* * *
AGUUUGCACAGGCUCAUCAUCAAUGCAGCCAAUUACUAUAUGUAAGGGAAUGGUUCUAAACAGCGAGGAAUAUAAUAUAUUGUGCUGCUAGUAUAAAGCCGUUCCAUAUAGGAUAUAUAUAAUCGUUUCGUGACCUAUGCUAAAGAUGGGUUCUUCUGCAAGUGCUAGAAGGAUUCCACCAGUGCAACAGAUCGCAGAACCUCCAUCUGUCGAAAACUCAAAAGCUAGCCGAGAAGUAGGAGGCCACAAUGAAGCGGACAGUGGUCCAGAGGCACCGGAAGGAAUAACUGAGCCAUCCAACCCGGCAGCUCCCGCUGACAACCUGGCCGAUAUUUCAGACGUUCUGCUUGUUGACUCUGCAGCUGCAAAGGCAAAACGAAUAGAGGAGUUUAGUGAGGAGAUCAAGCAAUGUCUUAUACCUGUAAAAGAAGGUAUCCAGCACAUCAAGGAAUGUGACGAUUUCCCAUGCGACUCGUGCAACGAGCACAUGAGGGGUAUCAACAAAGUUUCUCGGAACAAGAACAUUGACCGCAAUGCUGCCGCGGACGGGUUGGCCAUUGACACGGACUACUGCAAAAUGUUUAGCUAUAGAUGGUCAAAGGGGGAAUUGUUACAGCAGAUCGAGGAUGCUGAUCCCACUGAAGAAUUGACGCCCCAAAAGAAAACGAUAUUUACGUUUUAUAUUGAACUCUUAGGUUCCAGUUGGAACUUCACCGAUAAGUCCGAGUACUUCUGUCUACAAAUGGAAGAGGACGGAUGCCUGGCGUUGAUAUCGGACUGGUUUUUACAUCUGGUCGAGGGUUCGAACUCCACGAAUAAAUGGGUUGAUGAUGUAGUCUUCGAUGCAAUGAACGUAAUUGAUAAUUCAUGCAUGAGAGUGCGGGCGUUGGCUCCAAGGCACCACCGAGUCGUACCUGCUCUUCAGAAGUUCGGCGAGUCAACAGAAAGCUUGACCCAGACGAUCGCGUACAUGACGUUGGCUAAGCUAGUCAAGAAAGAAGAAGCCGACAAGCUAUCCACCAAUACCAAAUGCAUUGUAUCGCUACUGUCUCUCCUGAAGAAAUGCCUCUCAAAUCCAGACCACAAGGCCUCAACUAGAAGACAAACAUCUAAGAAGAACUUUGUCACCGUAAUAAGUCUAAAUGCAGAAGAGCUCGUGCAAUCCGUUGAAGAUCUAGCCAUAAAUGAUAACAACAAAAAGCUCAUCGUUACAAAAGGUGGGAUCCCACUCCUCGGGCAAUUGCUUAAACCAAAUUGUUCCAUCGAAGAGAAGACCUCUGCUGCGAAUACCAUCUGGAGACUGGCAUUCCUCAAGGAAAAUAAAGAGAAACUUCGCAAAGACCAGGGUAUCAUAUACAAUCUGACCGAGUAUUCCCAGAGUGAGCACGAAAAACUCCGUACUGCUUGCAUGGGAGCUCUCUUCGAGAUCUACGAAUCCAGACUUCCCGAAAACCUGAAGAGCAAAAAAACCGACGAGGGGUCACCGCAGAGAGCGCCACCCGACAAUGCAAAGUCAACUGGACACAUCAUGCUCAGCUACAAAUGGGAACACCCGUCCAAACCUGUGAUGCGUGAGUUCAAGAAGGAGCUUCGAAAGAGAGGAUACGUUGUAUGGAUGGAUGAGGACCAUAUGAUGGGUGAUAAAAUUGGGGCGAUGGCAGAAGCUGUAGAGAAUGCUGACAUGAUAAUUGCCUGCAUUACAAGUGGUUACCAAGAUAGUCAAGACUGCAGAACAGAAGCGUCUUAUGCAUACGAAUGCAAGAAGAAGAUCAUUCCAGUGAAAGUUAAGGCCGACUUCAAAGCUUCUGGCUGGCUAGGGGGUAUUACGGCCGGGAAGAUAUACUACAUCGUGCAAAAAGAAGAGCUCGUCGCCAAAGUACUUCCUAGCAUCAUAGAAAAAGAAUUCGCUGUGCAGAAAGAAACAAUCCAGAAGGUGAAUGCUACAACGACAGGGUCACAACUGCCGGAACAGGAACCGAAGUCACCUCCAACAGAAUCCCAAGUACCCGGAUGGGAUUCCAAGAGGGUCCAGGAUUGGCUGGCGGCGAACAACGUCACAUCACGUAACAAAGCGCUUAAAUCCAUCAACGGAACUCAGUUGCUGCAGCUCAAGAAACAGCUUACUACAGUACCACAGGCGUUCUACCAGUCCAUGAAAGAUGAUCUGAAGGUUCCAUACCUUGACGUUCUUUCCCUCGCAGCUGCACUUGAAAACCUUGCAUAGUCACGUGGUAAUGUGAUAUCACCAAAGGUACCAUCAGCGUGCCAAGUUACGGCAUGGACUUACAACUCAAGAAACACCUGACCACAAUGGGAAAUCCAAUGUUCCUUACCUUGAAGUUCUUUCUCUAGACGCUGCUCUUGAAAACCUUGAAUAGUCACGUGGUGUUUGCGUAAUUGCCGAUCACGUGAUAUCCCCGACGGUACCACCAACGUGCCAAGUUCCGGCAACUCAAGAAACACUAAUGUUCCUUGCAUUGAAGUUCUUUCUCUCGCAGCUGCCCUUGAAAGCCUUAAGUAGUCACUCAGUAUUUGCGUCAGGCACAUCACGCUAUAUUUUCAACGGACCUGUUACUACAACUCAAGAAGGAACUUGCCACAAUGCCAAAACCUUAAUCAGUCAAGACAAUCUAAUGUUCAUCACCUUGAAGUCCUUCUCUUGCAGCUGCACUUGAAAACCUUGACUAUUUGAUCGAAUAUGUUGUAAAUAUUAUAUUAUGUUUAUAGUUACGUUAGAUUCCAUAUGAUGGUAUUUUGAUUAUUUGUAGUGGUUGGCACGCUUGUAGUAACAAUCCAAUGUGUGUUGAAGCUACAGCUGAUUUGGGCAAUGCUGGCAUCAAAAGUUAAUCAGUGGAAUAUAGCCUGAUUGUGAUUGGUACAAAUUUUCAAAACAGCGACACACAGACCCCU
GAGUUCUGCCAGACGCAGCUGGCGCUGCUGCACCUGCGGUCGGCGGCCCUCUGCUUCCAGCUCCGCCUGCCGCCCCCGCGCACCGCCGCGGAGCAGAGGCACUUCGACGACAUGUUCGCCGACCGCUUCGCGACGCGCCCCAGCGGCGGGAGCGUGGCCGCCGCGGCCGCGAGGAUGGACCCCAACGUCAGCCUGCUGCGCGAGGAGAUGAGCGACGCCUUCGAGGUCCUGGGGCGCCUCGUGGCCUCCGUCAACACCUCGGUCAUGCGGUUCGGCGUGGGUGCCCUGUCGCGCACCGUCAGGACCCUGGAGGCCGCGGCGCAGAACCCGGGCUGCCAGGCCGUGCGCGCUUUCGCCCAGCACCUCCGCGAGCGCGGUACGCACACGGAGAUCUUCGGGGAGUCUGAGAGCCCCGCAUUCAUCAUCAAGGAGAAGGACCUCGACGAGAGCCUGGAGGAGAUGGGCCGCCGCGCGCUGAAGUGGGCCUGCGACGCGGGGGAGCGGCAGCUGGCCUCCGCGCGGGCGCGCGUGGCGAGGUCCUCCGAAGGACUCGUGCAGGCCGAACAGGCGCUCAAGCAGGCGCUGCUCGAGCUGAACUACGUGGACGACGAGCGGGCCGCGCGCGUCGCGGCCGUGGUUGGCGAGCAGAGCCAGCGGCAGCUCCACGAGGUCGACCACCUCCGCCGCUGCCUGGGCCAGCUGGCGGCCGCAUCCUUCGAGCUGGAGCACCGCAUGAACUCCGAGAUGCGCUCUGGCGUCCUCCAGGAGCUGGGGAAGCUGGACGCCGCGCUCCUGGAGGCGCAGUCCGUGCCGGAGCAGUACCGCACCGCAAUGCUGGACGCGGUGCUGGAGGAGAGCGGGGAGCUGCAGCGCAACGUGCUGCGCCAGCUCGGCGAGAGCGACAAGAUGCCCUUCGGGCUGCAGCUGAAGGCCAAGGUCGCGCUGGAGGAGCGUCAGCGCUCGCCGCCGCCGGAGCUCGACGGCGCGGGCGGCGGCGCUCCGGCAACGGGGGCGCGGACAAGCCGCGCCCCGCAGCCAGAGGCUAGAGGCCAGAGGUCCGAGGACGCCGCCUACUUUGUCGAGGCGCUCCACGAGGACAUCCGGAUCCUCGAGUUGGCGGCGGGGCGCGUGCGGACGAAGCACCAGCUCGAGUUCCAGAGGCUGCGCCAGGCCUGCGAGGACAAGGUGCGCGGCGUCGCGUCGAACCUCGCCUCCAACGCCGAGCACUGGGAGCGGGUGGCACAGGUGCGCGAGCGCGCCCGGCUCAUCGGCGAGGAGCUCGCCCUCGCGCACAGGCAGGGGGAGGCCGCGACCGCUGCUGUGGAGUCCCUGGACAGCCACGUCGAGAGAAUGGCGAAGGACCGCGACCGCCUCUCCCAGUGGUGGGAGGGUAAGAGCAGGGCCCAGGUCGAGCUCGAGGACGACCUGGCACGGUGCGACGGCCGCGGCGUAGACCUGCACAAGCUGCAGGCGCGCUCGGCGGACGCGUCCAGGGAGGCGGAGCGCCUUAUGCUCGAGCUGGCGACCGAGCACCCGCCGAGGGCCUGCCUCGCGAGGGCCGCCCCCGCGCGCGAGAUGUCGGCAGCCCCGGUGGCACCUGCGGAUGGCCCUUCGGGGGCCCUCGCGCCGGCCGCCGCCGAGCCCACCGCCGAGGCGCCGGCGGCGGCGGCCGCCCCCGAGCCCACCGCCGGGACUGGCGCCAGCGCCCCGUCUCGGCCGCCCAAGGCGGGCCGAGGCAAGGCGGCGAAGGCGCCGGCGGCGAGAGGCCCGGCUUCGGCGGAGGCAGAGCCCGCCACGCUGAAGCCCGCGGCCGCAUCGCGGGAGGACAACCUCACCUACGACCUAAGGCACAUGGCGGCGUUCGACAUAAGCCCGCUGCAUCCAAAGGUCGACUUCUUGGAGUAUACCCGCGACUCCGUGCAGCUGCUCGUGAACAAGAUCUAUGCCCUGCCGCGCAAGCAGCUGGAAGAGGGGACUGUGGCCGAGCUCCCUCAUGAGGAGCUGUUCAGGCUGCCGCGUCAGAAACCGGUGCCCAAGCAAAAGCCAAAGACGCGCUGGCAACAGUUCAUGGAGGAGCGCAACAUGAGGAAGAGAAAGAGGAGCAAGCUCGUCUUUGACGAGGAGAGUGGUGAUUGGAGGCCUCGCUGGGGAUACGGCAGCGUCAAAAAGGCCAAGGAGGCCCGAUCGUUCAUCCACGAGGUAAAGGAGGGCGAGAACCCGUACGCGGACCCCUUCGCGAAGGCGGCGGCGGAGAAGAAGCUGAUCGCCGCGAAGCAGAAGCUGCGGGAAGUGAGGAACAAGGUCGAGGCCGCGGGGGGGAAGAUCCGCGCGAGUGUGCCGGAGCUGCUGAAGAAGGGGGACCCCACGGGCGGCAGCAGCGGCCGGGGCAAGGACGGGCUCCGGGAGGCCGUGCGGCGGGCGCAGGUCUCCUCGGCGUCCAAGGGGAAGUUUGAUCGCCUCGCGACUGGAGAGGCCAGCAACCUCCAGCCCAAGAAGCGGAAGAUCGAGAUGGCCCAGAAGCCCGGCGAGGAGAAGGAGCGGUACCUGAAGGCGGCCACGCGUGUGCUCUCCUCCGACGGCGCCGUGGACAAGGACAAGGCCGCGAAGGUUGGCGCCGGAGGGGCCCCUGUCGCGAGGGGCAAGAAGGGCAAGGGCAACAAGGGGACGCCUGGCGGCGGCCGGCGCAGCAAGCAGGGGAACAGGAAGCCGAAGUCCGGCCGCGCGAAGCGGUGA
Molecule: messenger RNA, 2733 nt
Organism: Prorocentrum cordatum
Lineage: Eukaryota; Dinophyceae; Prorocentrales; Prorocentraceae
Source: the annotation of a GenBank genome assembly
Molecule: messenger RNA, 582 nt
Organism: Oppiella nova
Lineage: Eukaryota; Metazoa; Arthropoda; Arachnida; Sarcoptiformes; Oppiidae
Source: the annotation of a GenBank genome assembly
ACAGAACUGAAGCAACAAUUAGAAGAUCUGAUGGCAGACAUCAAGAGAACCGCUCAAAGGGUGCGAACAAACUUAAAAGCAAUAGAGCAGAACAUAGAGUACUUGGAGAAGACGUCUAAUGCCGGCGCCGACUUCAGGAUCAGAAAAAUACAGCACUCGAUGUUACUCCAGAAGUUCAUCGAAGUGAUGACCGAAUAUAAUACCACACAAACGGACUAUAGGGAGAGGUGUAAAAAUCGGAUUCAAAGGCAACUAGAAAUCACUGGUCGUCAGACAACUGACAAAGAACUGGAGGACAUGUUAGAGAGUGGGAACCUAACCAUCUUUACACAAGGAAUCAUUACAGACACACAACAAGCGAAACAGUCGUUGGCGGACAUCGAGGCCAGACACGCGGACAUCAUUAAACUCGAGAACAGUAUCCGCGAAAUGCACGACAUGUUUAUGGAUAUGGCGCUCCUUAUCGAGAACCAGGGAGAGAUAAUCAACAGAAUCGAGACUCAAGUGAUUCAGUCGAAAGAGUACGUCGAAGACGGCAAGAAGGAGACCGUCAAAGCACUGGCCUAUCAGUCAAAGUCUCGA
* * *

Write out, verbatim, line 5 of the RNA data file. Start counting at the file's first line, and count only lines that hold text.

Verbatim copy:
Lineage: Eukaryota; Dinophyceae; Prorocentrales; Prorocentraceae